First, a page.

peared that heterosis levels for weaning weights, obtained from
mating Beefmaster and Braford bulls to these females, were very
low (1.8% and -0.08% for Beefmaster-and Braford-sired calves,
respectively). Most research data has shown that higher heterosis
levels are obtained when cattle of Zebu (Bos indicus) and British
(Bos taurus) breeding are intermated than when matings are made
between breeds of British breeding (4). The same source presented
data indicating that certain levels of Zebu breeding were essential
for adaptation to tropic and subtropic environments. In this study
the theoretical amount of Zebu breeding contributed from the Beef-
master and Braford bulls to their progeny was 25% and 18.75%,
respectively. As upgrading continues with the Beefmaster (47-50%
Zebu) and Braford (37.5% Zebu) it is highly probable that after three
or four generations more pronounced differences will appear.
1. Bonsma, J. C. 1973. In Crossbreeding Beef Cattle, Series 2, M.
Koger, T. J. Cunha and A. C. Warnick (Eds.) 1973. University of
Florida Press, Gainesville.
2. Cunha, T. J., M. Koger and A. C. Warnick (Eds.) 1963.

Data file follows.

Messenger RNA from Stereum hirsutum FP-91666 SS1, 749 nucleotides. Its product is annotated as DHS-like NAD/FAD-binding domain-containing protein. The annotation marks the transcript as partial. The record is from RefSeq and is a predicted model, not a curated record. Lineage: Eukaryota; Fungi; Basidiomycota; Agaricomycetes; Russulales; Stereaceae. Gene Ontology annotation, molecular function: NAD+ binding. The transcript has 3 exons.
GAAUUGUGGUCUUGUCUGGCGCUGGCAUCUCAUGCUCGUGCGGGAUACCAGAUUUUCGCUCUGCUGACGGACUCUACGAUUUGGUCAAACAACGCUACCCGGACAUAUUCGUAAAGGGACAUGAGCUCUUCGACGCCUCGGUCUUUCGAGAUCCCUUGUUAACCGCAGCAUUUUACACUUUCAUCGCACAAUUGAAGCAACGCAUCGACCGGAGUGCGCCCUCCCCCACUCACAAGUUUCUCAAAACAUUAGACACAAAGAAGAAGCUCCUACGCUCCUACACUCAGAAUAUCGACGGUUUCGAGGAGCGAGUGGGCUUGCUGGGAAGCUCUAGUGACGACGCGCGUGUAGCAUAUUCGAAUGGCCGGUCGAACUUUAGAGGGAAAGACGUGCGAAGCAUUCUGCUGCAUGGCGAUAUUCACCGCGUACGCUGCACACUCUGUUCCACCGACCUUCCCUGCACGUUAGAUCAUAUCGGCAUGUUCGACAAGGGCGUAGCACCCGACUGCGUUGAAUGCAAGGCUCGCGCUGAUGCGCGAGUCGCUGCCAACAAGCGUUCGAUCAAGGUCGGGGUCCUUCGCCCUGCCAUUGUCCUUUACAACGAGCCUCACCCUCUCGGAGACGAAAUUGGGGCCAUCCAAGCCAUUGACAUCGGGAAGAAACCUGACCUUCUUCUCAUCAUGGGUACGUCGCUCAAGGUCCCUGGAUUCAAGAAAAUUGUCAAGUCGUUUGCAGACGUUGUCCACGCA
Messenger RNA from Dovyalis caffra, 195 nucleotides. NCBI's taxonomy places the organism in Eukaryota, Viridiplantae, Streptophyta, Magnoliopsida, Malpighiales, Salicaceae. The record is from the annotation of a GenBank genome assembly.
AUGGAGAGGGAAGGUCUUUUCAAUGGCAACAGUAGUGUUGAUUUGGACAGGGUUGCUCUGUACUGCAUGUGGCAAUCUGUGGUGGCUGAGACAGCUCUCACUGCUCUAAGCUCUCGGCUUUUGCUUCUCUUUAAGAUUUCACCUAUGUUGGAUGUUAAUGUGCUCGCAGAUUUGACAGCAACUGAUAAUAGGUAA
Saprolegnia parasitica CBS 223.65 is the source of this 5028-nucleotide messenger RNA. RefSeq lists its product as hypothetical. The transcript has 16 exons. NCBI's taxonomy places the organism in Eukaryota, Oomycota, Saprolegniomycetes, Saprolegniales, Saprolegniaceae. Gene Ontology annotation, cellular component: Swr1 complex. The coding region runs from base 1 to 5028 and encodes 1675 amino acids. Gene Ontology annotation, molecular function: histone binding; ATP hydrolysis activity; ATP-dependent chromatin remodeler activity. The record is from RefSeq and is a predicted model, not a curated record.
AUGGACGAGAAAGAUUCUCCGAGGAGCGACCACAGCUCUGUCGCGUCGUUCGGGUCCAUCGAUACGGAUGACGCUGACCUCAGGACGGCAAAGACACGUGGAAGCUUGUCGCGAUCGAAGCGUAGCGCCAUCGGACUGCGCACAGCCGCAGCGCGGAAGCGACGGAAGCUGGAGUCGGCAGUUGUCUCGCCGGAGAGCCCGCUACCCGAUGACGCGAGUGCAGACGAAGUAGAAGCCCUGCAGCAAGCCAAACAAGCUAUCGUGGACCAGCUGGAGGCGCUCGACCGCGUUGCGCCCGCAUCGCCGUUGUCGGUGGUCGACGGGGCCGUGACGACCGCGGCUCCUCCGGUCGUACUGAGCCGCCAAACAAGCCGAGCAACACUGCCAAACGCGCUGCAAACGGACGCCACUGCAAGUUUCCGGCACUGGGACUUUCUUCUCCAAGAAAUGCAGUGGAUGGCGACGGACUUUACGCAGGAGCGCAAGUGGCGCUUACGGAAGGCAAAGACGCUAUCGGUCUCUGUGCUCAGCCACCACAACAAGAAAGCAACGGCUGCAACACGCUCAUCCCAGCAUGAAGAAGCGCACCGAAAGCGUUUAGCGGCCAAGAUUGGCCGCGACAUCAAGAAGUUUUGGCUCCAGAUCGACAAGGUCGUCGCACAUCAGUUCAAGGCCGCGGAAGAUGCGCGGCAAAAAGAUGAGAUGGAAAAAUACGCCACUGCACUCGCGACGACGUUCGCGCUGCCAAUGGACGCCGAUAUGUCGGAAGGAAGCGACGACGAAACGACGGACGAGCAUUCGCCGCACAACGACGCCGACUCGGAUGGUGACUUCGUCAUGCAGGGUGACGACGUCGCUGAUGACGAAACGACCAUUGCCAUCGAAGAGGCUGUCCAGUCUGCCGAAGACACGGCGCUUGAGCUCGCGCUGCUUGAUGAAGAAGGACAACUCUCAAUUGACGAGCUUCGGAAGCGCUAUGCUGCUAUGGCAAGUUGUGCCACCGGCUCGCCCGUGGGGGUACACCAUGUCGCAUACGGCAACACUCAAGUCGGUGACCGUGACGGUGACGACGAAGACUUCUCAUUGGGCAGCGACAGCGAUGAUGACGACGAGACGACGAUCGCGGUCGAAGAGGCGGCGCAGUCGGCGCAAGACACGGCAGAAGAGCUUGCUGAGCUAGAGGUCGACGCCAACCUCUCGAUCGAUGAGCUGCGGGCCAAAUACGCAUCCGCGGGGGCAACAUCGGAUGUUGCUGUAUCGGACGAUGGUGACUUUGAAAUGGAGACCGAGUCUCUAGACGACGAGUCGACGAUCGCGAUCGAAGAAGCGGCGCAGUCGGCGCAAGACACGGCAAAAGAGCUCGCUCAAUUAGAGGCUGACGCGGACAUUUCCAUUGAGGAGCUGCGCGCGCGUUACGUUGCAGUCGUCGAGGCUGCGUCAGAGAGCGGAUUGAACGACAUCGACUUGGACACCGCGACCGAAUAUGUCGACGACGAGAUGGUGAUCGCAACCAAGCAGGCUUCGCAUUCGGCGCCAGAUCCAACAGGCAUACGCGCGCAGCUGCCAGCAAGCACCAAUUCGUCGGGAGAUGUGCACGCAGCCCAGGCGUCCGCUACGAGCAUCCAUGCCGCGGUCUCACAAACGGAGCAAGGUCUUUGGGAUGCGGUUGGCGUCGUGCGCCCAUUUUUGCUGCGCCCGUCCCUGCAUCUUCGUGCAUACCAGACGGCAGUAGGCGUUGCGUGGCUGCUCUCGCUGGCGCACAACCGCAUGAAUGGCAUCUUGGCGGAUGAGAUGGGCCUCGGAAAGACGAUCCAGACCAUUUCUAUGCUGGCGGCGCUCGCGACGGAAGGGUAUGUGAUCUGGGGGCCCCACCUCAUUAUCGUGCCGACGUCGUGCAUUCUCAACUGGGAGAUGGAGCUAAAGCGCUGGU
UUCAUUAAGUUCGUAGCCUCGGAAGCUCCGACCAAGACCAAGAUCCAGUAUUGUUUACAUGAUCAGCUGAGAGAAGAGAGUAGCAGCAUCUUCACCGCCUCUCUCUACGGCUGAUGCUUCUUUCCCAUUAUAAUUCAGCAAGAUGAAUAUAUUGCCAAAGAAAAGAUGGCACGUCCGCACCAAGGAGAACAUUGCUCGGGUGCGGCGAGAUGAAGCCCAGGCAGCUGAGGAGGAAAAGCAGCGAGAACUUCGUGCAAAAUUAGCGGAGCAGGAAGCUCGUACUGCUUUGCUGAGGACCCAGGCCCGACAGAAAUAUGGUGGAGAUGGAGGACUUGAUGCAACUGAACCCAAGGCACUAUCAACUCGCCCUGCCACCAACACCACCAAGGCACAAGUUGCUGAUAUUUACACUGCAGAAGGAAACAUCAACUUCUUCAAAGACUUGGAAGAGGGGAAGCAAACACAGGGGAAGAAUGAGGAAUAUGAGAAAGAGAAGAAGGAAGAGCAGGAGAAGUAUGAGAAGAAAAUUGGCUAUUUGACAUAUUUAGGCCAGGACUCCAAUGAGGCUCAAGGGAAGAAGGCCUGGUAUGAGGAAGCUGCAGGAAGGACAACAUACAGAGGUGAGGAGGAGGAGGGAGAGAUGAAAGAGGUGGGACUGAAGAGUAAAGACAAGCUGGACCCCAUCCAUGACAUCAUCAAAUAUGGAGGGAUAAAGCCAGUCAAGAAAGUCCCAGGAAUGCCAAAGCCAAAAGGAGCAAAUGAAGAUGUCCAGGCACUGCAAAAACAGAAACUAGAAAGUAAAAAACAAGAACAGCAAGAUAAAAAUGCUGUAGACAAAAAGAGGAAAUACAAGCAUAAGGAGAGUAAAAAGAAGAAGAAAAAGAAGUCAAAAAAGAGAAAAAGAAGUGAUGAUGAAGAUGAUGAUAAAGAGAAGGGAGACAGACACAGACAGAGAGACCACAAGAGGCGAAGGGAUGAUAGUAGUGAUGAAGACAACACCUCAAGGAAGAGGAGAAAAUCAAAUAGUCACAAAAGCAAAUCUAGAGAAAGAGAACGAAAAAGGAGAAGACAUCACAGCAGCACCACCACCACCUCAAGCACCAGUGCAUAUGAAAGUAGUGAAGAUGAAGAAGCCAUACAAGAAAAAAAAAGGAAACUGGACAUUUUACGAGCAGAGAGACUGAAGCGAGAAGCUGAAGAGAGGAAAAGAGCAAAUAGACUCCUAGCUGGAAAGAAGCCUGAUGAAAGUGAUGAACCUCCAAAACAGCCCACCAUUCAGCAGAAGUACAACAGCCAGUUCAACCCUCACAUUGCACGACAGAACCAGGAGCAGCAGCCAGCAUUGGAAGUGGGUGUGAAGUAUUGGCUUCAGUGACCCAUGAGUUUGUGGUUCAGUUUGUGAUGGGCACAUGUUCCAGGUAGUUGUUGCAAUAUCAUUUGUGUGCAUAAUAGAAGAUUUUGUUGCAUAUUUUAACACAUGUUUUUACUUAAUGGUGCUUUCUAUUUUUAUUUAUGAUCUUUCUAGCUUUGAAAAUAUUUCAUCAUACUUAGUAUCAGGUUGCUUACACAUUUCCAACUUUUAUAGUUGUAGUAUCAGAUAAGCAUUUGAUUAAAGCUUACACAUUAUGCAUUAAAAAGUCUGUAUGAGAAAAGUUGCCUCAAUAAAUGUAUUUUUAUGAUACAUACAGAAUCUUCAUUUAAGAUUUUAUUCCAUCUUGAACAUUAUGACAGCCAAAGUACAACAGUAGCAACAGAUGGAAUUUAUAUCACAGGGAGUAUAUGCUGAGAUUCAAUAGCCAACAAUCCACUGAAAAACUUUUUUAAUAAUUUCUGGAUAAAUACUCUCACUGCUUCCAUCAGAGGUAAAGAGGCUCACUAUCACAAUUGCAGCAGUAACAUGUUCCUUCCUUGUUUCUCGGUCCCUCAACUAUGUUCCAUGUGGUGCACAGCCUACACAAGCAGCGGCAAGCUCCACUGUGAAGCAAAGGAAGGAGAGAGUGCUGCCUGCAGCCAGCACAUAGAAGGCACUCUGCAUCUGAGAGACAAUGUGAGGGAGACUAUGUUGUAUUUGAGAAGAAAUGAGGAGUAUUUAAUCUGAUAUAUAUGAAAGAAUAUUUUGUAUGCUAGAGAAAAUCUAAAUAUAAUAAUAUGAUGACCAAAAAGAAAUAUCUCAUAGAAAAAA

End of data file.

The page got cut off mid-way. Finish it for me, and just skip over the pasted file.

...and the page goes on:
Crossbreeding Beef Cattle. University of Florida Press,
3. Harvey, W. R. 1960. Least-squares Analyses of Data With Un-
equal Subclass Numbers. U.S.D.A. ARS 20-8.
4. Koger, M., T. J. Cunha and A. C. Warnick (Eds.) 1973.
Crossbreeding Beef Cattle, Series 2. University of Florida Press,
5. Rouse, J. E. 1969. World Cattle I. University of Oklahoma
All programs and related activities sponsored or assisted by the Florida
Agricultural Experiment Stations are open to all persons regardless of race,
color, national origin, age, sex, or handicap.
This publication was promulgated at a cost of $855.35, or 24.4
cents per copy, to report results from crossing Hereford cattle
adapted to south Florida with Hereford, Beefmaster and Braford
The publications in this collection do
not reflect current scientific knowledge
or recommendations. These texts
represent the historic publishing
record of the Institute for Food and
Agricultural Sciences and should be
used only to trace the historic work of